HH: What element of craft do you feel most challenged by in your work?
BB: Plot. If someone installed me into an office where the only way out was to create a feasible plot chart, in advance of any preliminary writing or character study, I would be lost forever.
HH: Which of your works to date has been the most challenging to write? Why?
BB: All of the rejected manuscripts that aren’t yet published. They sit in a big, green plastic bin and taunt me with memories of the number of hours I’ve spent on them. But I’m not finished with them! Not yet!
Interview by Hope Houston, co-editor of the RVRB and American transplant to the Canadian prairie. Hope writes short literary fiction, as well as speculative fiction for middle grade and young adult readers. You can find Hope on Twitter.
Novelist Alissa York teaches creative writing at the Humber School for Writers in Toronto, and recently became Program Coordinator of the well-respected program. Alissa has been a long-time mentor, inspiring and guiding emerging writers at The Banff Centre, Sage Hill Writing Experience, and most recently at the University of Saskatchewan. In 2019, she was paired with MFA in Writing student Kate O’Gorman in a mentorship experience that Kate describes as “foundational and beyond expectation.”
Kate O’Gorman: How does being a mentor influence or impact your own writing?
Alissa York: It’s extremely helpful for my own writing. I’m constantly reading work that keeps me alive to the process. It reminds me how important process is. It also requires that I articulate what I know [about craft] much more clearly than I would otherwise. It’s all beneficial to my own writing and it has the built-in bonus of spending time, either virtually or actually, with people who are deeply engaged with writing and reading. They are my people. There’s a good symbiotic relationship between the two.
KO:In a nutshell, what is your advice to emerging writers?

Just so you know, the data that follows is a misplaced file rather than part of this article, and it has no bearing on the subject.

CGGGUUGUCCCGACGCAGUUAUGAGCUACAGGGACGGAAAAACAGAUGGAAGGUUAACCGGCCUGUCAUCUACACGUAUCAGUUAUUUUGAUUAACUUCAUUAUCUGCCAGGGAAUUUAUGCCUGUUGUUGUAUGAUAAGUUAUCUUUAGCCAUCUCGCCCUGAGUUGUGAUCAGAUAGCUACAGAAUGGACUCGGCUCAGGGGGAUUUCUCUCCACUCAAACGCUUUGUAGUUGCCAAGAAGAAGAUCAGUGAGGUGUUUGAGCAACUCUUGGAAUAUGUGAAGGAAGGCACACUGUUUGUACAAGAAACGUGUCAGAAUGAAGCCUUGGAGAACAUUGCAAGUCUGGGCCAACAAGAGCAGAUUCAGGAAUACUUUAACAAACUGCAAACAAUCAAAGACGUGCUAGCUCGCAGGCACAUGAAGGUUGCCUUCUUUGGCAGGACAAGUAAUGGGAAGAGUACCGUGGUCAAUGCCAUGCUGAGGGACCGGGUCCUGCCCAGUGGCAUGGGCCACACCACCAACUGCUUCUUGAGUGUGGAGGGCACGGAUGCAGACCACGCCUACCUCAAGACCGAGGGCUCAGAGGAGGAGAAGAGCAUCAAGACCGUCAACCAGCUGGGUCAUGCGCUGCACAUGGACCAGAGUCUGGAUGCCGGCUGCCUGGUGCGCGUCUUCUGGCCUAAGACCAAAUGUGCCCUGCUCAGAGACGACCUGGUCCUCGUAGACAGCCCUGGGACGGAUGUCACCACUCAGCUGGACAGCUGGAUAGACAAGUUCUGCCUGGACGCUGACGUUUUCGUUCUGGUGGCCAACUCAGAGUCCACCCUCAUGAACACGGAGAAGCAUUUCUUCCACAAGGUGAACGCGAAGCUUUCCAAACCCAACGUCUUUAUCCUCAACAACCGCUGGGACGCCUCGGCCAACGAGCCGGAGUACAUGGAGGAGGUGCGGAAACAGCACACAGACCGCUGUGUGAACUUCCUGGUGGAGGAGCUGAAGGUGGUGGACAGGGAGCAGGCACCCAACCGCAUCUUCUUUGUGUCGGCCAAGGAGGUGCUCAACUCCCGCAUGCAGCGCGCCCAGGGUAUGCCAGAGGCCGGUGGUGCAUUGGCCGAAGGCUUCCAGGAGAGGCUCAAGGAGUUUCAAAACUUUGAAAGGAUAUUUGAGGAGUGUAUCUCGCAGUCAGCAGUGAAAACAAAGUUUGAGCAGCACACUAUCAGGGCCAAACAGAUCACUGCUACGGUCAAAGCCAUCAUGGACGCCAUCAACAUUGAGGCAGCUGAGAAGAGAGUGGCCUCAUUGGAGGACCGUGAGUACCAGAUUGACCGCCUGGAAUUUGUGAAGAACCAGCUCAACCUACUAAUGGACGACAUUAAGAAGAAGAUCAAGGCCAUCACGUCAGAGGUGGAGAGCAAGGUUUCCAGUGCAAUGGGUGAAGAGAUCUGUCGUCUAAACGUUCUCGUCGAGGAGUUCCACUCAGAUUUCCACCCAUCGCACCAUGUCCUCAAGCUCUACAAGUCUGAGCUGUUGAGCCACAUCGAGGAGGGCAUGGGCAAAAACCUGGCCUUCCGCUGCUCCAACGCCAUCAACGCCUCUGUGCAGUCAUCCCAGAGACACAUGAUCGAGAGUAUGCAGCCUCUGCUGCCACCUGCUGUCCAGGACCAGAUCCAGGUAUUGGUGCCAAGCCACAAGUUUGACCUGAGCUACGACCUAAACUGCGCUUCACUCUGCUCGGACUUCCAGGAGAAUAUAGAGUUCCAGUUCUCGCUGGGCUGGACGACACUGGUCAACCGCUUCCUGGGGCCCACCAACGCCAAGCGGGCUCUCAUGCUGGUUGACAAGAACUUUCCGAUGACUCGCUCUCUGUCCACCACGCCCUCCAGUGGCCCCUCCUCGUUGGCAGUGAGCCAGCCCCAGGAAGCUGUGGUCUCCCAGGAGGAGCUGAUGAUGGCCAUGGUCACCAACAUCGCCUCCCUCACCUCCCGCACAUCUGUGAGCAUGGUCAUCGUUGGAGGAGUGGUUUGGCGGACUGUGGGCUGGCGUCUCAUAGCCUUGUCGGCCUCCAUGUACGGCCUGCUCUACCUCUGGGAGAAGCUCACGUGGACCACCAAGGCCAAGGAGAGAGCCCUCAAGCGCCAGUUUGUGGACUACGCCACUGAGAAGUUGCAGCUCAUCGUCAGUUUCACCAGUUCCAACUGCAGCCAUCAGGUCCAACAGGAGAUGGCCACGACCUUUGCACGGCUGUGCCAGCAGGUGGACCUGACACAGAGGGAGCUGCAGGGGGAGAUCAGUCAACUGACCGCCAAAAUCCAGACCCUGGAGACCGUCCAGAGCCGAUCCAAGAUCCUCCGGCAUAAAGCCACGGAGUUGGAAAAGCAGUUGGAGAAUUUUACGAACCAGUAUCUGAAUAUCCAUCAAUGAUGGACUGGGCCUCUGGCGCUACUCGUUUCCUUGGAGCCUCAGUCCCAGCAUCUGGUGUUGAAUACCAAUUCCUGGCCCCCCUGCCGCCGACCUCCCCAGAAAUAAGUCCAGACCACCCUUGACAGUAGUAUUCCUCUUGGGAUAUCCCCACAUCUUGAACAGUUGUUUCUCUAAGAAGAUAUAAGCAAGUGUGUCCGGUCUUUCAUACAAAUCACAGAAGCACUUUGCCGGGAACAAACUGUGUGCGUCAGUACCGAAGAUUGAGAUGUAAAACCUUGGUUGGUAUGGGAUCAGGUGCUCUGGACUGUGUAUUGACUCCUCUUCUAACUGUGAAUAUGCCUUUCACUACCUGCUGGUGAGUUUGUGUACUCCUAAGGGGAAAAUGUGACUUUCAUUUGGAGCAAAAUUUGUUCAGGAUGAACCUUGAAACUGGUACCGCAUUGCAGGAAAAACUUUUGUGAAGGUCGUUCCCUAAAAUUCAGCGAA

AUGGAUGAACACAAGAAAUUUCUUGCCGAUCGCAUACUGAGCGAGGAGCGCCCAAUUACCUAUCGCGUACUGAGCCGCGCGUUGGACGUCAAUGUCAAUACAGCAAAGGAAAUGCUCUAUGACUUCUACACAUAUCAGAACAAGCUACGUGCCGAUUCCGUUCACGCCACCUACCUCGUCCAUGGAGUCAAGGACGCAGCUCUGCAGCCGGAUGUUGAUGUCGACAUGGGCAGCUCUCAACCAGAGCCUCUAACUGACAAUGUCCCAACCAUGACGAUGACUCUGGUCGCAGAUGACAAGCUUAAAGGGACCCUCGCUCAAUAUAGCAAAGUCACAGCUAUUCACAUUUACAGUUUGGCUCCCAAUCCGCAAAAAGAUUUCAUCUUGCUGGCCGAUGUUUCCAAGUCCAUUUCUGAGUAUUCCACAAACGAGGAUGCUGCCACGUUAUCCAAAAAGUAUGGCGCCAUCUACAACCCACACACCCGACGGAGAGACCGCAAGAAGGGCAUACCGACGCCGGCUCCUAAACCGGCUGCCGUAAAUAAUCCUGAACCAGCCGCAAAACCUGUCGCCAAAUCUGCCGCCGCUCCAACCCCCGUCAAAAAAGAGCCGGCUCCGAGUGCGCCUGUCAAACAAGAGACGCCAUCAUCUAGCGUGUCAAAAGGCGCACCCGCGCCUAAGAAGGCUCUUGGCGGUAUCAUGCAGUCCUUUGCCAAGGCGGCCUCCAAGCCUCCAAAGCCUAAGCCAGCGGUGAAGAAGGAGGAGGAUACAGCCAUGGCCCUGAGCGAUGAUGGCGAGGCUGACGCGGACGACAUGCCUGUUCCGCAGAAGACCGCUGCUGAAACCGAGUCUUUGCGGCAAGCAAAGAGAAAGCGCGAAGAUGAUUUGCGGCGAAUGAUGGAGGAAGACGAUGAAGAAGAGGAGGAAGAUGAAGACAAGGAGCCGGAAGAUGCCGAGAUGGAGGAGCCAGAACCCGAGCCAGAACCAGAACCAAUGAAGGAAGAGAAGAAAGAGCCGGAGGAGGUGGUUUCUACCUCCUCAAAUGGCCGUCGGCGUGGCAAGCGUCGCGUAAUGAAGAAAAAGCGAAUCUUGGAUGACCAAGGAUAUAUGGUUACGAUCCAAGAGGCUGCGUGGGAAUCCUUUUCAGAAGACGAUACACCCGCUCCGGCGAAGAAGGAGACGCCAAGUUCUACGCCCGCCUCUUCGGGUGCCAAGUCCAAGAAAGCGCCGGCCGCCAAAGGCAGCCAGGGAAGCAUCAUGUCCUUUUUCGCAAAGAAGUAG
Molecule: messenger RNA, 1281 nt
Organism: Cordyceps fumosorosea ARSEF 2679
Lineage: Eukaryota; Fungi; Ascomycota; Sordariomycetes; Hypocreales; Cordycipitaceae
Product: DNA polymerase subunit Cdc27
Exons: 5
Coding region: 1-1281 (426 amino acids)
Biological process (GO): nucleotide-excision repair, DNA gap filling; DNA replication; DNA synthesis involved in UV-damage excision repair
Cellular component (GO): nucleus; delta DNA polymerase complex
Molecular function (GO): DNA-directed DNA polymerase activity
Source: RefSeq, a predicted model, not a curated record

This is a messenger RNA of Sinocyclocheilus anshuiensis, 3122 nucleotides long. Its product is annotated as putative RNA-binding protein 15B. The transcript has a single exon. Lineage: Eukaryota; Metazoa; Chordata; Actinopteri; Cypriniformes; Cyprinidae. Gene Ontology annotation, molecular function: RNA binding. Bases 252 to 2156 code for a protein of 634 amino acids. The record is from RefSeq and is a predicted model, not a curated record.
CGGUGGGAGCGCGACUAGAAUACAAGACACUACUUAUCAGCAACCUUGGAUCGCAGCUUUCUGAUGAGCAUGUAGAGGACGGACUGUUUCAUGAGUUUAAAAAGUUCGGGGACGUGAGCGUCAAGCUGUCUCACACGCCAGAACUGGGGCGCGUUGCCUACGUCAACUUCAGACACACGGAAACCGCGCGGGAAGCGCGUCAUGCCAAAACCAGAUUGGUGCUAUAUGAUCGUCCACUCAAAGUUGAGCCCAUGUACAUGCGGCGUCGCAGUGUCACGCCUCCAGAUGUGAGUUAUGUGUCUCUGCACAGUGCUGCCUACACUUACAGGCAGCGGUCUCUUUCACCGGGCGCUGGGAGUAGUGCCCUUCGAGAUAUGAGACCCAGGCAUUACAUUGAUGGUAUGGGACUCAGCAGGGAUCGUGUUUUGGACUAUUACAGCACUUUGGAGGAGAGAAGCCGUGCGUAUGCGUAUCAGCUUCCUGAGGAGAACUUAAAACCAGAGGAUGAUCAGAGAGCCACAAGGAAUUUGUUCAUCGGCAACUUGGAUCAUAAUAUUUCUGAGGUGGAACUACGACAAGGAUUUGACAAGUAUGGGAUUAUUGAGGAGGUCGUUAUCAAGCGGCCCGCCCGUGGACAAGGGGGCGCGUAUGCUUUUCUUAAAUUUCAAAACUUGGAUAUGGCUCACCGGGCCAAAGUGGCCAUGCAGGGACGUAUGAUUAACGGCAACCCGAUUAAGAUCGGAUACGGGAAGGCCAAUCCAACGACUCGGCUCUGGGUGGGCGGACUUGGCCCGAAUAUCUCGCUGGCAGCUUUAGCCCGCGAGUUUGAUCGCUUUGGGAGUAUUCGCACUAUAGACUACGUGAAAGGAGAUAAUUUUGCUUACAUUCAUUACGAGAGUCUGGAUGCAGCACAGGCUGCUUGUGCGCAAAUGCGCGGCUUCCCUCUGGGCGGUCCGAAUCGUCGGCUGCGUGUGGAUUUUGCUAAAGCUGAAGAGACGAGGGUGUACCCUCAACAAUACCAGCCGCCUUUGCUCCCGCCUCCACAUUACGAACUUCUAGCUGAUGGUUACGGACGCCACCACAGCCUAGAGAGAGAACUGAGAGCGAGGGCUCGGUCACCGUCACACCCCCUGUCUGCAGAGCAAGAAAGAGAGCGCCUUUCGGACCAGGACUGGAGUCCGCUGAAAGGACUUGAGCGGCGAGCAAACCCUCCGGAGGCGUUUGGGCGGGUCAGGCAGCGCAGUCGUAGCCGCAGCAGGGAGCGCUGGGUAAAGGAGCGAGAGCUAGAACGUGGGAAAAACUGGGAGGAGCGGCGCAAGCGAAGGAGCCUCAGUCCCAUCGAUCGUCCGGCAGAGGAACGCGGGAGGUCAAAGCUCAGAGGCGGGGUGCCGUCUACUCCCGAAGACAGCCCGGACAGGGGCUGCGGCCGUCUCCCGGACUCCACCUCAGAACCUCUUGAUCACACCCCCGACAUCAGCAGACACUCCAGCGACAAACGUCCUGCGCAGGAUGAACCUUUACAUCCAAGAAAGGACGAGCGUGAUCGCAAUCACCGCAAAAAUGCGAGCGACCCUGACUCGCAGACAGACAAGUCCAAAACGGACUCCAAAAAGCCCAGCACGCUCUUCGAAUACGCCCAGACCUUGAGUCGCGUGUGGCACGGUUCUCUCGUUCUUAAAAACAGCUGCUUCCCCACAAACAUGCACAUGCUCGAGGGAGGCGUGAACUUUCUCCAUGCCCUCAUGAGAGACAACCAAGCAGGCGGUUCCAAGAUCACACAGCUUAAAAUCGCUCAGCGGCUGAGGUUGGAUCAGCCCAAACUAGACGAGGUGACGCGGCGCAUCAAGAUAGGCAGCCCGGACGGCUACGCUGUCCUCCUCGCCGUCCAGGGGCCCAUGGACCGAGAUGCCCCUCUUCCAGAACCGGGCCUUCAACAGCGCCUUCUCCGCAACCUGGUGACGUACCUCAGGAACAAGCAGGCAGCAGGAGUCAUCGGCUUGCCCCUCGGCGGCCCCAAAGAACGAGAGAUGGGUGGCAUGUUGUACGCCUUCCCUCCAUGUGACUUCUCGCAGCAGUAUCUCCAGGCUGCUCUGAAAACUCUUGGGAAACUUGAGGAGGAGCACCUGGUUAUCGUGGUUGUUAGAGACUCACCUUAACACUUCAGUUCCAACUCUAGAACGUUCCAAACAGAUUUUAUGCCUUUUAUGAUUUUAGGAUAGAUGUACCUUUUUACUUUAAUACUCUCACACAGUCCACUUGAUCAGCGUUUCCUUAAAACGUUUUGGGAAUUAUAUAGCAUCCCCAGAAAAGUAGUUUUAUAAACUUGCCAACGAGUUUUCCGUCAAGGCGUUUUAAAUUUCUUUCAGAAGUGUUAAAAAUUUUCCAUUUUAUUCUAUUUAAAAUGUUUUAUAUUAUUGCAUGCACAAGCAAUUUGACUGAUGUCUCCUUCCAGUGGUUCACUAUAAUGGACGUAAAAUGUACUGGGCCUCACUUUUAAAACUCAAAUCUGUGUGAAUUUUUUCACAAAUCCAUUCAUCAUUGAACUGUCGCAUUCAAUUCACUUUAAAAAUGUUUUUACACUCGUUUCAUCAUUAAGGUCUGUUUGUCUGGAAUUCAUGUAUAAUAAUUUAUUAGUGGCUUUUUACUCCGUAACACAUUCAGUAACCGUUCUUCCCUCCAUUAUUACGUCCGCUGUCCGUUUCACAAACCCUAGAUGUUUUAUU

AY: My nutshell advice:Don’t expect the apple pie when you’ve just planted the seed. I see so many people shut themselves down, looking for perfection, when it’s not yet time for perfection. Imagine an Olympic gymnast trying to do that final routine while she’s still developing. Writing well is as hard as Olympic gymnastics. Value every step of the learning. And read. Read, read, read.
KO:Who are some of your own mentors? Which authors inspire you?
AY: Toni Morrison. I love Sebastian Barry, an Irish novelist. Tim Winton—I love his work. Who else…? Oh, Flannery O’Connor. I think they show tremendous originality and boldness in their writing, as well as courage and liveliness.
KO:Who are you reading now?
AY: I recently read Warlight by Michael Ondaatje, which is an incredible novel. Marina Endicott’s new novel, The Difference, is so good. Rawi Hage’s most recent novel, Beirut Hellfire Society, is great too. They’re all very different. I also loved A Long Way From Home by Peter Carey.
KO: What is your writing practice?
AY: I usually write early in the morning for about three or four hours. I do my first draft writing in longhand—it’s how I started to write, and I’ve always preferred it. Then, in the afternoon, I might transfer the first draft onto the page. That’s when I’ll do my first edits.
KO:Why do you write? What keeps you writing?
AY: For the work itself. Early on I would have characterized it as story ideas, ideas that come to me that seem to want to be put on the page. Now, over many years of writing practice, I would stay it’s still that. Novels come in pieces. They present themselves and request to be shared. But it’s also become one of the main ways that I find, and make, meaning in life. Writing is more interesting that almost anything, and more difficult.
KO: Of all your characters, do you have a favourite? Why?
AY: Maybe Dorrie from Effigy. Probably because, in some ways, she’s the most mysterious to me. I love how completely consumed and sustained she is by her work.
Alissa York is the author of Any Given Power, Mercy, Effigy (shortlisted for the Scotiabank Giller prize), Fauna, and The Naturalist. In 2018, she received the Rogers Trust Engel Findley Award in recognition of her contribution to Canadian literature.
Interview by Kate O’Gorman. Kate lives and writes on the Canadian prairies, where she is currently completing an MFA in Writing at the University of Saskatchewan. Her work has appeared in Qwerty, untethered, and Release Any Words Stuck Inside of You II.
Laurie D. Graham is a writer, an editor, and the publisher of Brickmagazine. Her debut book, Rove(Hagios Press, 2013), was nominated for the Gerald Lampert Memorial Award and her second book, Settler Education (McClelland & Stewart, 2016), was nominated for Ontario’s Trillium Award for Poetry. A third book, a long poem tentatively titled The Larger Forgetting, will be published by McClelland & Stewart in 2022. Winner of the Thomas Morton Poetry Prize and shortlisted for the CBC Poetry Prize, Laurie currently lives and writes in Treaty 20 territory (Peterborough, Ontario).